This puzzlebox is a serious piece of art, in fact I’ve known non-puzzlers to develop a particular fondness for this puzzle,  for this to be the one puzzle they hold on to when the rest of a collection is being sold... it is that beautiful!


Rob has spent a lot of time and love making the base look every bit the rocky outcrop that it’s supposed to represent... the lighthouse itself has some lovely detailing which really isn’t necessary at all, but sets it apart beautifully.


...and I haven’t even mentioned the turning work on there - some of it’s overt, and some of it’s a bit disguised and you only really spot it when you’re part-way through solving the puzzle.


This puzzle entertains throughout the solution, at first disguising the way in and later on with a wonderful little piece of theatrics if you treat it just right - the sight of a pair of secret compartments yielding their very existence is almost synchronized ballet.


It really is special, and a wonderful puzzle with which to complete my current mission.


I feel the need to close out this post with a family portrait - something I suspect that fewer than a handful of people around the world could do...


Friday, 24 May 2019

Stickman Dwemer Puzzlebox


I won’t bother introducing this blog post by saying, yet again, that whenever Robert Yarger offers me a copy of his latest creation I don’t spend much time considering the options, I just send him the money, because I suspect that’s how most of them usually start - I don’t often read my blog, but I suspect that’s accurate.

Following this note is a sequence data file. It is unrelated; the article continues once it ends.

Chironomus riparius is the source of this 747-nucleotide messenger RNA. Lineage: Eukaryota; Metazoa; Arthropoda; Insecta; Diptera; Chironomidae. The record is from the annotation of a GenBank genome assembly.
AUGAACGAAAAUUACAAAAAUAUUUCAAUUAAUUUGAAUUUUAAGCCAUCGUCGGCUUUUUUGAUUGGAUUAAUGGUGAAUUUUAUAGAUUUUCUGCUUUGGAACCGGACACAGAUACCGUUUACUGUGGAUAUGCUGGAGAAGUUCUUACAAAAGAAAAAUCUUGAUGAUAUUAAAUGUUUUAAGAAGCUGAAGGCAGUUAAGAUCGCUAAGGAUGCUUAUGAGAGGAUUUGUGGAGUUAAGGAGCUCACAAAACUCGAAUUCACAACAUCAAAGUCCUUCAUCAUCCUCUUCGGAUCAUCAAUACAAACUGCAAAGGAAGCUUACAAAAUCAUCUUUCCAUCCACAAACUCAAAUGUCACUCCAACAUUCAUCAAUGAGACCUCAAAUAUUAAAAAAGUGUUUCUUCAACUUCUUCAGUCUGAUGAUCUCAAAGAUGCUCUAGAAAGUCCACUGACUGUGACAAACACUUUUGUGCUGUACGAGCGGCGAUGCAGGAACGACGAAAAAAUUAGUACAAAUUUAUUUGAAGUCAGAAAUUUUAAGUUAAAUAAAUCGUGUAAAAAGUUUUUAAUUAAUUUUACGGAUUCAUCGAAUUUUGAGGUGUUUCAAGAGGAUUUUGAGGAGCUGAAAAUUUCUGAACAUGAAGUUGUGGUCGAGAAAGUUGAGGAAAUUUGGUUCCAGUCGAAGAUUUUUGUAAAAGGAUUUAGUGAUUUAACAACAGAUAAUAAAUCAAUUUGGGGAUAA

Let’s just start with the puzzle itself this time - it is big, and there’s clearly stuff moving, nay, rattling around inside... this has scared a few puzzlers concerned that their latest prize may be damaged... rest assured, it ain’t, it just comes with some spare parts(!). (More on that later!)


The introductory notes for this puzzle tell you that it has a few challenges, with potentially more to follow in the future. Your first task is to simply open the box... which might be a lot simpler if the Stick-meister hadn’t built a rather complicated mechanism into the lid that would appear to have it trapped rather firmly shut.


Experimenting with the various elements of the contraption is fun, and it slowly yields an improving understanding of how the various bits and bobs interact - some of which is visible, and some of which needs to be deduced. Once that gets clearer, you can start working out how the lid is actually locked up and what you might need to do to free it... bearing in mind that there’s probably going to be a useful and a less useful order for attacking things in.


Get the lid open and you’re greeted with a bag of bits and a screwdriver... and a much larger challenge!


Rob’s intention at this point is for puzzlers to use the new bits and pieces, and most of the old ones, to construct a new locking mechanism on the lid... and he admits that’s a pretty serious challenge... one I did not manage! (And in my defense, most of my mates with a copy didn’t either!)


The usual solution booklet includes complete instructions for assembling the alternate challenge, and also note that in assembling it, you actually still won’t necessarily know how to solve the next challenge - which was enough encouragement for me to peek into the instructions and assemble my next challenge.... and it’s true: you can assemble it and still not know how the heck to unlock it all. (You’re effectively screwing it all together in a locked state and not using the mechanism at all...)


Solving the second challenge is just as much fun as the first, if not more, given that you’ve built it and still don’t even understand it!


It is complicated and a little bonkers, but you have to love the idea of a do-it-yourself puzzlebox, especially one from the Stick-meister!